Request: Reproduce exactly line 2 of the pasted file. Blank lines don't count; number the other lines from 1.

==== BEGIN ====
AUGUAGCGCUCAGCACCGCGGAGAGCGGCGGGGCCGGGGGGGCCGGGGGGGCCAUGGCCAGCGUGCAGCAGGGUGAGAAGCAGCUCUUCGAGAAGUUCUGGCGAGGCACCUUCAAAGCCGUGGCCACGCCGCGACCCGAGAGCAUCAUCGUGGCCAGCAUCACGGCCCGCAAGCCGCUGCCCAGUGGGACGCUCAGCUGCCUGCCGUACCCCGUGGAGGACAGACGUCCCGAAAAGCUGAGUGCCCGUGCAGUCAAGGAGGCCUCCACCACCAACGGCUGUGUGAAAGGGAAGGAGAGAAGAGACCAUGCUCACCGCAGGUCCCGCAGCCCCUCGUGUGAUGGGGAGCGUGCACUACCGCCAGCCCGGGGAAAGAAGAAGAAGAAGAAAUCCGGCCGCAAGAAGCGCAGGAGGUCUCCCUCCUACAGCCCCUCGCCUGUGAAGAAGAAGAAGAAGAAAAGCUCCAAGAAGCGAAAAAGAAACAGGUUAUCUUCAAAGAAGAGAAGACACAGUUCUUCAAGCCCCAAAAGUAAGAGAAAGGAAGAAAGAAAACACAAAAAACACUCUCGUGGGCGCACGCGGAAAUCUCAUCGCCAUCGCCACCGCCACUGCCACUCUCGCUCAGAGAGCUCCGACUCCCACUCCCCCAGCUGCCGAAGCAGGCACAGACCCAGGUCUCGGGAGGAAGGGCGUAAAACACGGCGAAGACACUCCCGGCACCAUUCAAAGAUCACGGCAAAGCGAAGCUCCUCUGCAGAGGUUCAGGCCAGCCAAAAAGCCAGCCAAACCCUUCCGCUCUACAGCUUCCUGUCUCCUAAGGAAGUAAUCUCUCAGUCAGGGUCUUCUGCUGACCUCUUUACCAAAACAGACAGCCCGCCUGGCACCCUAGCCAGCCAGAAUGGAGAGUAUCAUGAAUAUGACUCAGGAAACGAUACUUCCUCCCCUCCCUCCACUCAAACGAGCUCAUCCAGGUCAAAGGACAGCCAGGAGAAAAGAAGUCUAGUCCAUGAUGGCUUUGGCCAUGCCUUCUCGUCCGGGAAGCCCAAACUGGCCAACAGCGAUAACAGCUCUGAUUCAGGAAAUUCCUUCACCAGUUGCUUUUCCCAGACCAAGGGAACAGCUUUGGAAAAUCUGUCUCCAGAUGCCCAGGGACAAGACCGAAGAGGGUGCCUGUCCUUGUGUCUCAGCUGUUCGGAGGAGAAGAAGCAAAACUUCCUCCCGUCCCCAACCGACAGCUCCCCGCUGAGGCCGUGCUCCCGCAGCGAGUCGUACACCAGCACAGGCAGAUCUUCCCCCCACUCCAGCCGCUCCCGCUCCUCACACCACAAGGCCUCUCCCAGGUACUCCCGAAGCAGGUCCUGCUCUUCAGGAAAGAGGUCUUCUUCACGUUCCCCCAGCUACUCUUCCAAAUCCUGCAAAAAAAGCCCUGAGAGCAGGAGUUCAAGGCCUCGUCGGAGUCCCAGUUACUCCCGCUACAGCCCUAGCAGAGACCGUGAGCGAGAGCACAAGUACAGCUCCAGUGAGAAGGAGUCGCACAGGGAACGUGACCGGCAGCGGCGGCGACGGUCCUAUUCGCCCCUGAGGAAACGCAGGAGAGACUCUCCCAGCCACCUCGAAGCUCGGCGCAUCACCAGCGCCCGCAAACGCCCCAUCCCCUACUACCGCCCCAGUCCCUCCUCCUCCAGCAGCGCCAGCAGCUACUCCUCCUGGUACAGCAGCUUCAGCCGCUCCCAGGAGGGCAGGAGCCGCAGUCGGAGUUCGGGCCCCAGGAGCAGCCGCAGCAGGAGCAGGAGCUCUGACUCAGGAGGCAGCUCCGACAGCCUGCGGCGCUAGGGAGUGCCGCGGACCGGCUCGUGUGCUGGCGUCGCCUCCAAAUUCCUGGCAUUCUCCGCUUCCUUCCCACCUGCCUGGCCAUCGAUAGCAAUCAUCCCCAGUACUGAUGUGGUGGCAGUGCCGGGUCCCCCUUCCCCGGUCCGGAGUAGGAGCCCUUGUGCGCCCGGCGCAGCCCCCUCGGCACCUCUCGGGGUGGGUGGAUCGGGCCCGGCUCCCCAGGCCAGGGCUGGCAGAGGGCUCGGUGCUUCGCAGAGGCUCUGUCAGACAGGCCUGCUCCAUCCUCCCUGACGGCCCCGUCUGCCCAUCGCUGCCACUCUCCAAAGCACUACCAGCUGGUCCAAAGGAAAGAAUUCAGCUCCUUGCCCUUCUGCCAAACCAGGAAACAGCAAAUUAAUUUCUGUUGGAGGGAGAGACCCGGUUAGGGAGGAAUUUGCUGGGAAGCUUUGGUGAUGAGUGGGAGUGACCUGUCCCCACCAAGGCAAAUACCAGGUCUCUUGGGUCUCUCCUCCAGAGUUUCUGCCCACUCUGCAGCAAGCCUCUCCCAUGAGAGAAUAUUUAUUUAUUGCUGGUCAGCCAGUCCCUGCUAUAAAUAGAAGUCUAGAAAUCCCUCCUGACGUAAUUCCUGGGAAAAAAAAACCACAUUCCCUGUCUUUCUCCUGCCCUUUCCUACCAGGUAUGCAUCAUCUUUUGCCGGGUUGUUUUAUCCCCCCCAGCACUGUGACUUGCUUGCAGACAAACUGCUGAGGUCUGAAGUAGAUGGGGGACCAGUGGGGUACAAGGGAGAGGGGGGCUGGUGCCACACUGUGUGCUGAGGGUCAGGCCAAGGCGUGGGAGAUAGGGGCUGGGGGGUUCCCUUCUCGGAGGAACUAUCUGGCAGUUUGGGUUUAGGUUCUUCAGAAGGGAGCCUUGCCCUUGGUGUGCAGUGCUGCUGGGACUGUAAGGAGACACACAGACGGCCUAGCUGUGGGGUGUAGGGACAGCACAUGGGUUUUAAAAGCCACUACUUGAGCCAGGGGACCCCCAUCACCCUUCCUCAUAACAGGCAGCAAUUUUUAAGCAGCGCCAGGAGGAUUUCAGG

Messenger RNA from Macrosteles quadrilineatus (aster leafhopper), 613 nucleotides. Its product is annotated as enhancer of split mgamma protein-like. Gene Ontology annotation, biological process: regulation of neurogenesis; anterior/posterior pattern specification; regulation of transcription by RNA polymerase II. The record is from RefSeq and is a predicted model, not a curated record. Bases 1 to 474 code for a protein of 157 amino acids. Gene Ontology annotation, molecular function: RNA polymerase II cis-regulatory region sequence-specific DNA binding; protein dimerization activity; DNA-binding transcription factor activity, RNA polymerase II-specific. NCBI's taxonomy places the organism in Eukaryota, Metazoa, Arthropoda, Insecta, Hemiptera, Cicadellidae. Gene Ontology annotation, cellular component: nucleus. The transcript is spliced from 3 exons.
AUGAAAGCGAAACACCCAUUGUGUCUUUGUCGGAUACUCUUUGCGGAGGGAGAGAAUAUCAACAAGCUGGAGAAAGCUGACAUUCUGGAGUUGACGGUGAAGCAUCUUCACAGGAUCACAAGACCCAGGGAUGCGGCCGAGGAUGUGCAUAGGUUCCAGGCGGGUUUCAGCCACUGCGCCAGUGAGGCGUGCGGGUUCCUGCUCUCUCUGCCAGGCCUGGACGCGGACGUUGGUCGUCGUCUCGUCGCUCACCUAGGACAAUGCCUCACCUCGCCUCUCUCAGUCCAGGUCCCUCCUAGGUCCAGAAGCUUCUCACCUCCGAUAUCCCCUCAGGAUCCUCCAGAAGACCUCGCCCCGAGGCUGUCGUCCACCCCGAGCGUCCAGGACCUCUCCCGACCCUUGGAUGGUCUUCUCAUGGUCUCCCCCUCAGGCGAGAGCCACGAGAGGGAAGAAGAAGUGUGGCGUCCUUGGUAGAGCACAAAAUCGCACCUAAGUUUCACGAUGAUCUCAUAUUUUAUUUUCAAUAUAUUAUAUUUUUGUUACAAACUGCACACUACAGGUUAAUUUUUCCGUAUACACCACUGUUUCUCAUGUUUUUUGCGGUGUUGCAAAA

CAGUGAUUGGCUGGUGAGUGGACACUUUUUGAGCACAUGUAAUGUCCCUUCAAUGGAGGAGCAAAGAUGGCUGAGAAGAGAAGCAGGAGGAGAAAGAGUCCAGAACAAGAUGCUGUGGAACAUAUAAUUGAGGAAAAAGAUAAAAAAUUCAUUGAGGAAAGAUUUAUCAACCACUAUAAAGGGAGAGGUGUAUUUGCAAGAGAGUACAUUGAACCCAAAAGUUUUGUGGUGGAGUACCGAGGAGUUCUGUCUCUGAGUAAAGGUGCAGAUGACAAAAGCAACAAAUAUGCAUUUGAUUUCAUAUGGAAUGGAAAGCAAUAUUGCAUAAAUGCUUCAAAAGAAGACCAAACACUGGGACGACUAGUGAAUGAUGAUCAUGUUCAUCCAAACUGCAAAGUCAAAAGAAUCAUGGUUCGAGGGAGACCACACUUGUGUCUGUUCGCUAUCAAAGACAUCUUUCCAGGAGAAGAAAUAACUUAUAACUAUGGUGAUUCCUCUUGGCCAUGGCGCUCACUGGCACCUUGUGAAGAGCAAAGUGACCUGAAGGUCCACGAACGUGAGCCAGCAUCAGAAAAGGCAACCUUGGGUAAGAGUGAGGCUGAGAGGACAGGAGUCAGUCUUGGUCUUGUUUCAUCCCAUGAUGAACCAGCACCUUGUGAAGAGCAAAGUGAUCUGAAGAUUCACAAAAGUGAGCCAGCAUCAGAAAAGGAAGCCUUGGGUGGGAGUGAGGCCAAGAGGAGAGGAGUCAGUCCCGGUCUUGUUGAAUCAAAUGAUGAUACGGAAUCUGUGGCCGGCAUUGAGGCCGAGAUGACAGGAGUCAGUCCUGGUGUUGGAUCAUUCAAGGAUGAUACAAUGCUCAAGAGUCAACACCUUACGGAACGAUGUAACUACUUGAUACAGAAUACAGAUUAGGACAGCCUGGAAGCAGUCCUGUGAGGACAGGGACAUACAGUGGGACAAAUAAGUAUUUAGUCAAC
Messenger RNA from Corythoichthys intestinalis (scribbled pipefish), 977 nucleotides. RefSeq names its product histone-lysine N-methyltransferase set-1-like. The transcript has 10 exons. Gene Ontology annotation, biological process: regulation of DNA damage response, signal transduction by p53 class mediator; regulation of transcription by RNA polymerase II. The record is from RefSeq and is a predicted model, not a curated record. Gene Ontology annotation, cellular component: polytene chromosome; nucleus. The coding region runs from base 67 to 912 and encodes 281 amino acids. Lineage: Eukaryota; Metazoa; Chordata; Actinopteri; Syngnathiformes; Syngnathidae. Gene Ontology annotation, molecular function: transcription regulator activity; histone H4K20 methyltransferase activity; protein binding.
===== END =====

Messenger RNA from Macrosteles quadrilineatus (aster leafhopper), 613 nucleotides. Its product is annotated as enhancer of split mgamma protein-like. Gene Ontology annotation, biological process: regulation of neurogenesis; anterior/posterior pattern specification; regulation of transcription by RNA polymerase II. The record is from RefSeq and is a predicted model, not a curated record. Bases 1 to 474 code for a protein of 157 amino acids. Gene Ontology annotation, molecular function: RNA polymerase II cis-regulatory region sequence-specific DNA binding; protein dimerization activity; DNA-binding transcription factor activity, RNA polymerase II-specific. NCBI's taxonomy places the organism in Eukaryota, Metazoa, Arthropoda, Insecta, Hemiptera, Cicadellidae. Gene Ontology annotation, cellular component: nucleus. The transcript is spliced from 3 exons.